Most children in Illinois have a very hard time coping with their parent's divorce. Even older children, who may understand why their parents are separating and even believe it is for the best, usually struggle with anger, resentment, and fear of abandonment. For children who have autism, however, divorce can present an overwhelming emotional challenge.
Children with autism often struggle to manage major changes and may also struggle to communicate what they are feeling. Add to this the fact that autism can make it difficult to cultivate close emotional relationships, and divorce - which removes one parent from the child’s home on an ongoing basis - can prove to be a very difficult challenge for everyone involved. If you are considering divorce and have a child on the autism spectrum, here are some tips that may make the transition easier.
Explain Changes Before They Happen
Most parents with children on the autism spectrum find that their child thrives on predictability. Change, especially sudden or unexpected change, can be very difficult for autistic children to manage well. Whenever possible, preface changes by letting your child know before they happen. Some parents find visual aids helpful, including regular reminders like calendars that make custody arrangements easy to visualize and understand. Rather than making changes all at once, try to make changes gradually so your child is not overwhelmed by everything changing at the same time.
Create a Highly Detailed Parenting Plan
Parents often experience conflict about differing parenting strategies after divorce. For parents with autistic children, the lack of consistency can spell disaster for the child’s happiness and emotional regulation. Having a highly detailed parenting plan can help parents start the co-parenting process on the same page, break down shared responsibilities into manageable segments, and make it easier to hold a non-compliant parent responsible.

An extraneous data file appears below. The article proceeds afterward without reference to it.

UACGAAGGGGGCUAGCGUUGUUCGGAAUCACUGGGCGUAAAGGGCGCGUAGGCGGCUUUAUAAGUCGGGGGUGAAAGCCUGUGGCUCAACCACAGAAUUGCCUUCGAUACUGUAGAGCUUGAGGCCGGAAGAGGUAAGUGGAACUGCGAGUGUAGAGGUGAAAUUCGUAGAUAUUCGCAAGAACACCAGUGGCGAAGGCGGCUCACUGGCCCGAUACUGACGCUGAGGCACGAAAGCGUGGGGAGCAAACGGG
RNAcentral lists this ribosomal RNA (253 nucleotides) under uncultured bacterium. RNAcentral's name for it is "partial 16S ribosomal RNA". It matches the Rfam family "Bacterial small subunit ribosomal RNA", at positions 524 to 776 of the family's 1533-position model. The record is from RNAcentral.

Seek Professional Help
Your child may benefit from having the help of a professional psychologist who specializes in working with children with autism during divorce. Such a professional can help your child process their emotions, verbalize their feelings, and understand and anticipate the changes they are experiencing. While not all autistic children are verbal and the nature of the professional may change with the child’s needs, many parents find that having additional support is essential to making the transition from one to two households.
Call a Compassionate Wheaton, IL Divorce Lawyer
Managing divorce is never easy, but when you have a child with autism, there are unique challenges to address. For help with all aspects of your divorce, including parenting time and parental responsibilities, call the experienced and caring Wheaton, IL divorce lawyers with Andrew Cores Family Law Group. Your family’s needs matter to us and we will work with you to craft a plan for divorce that meets your priorities. Call us now at 630-871-1002 to schedule a free case review.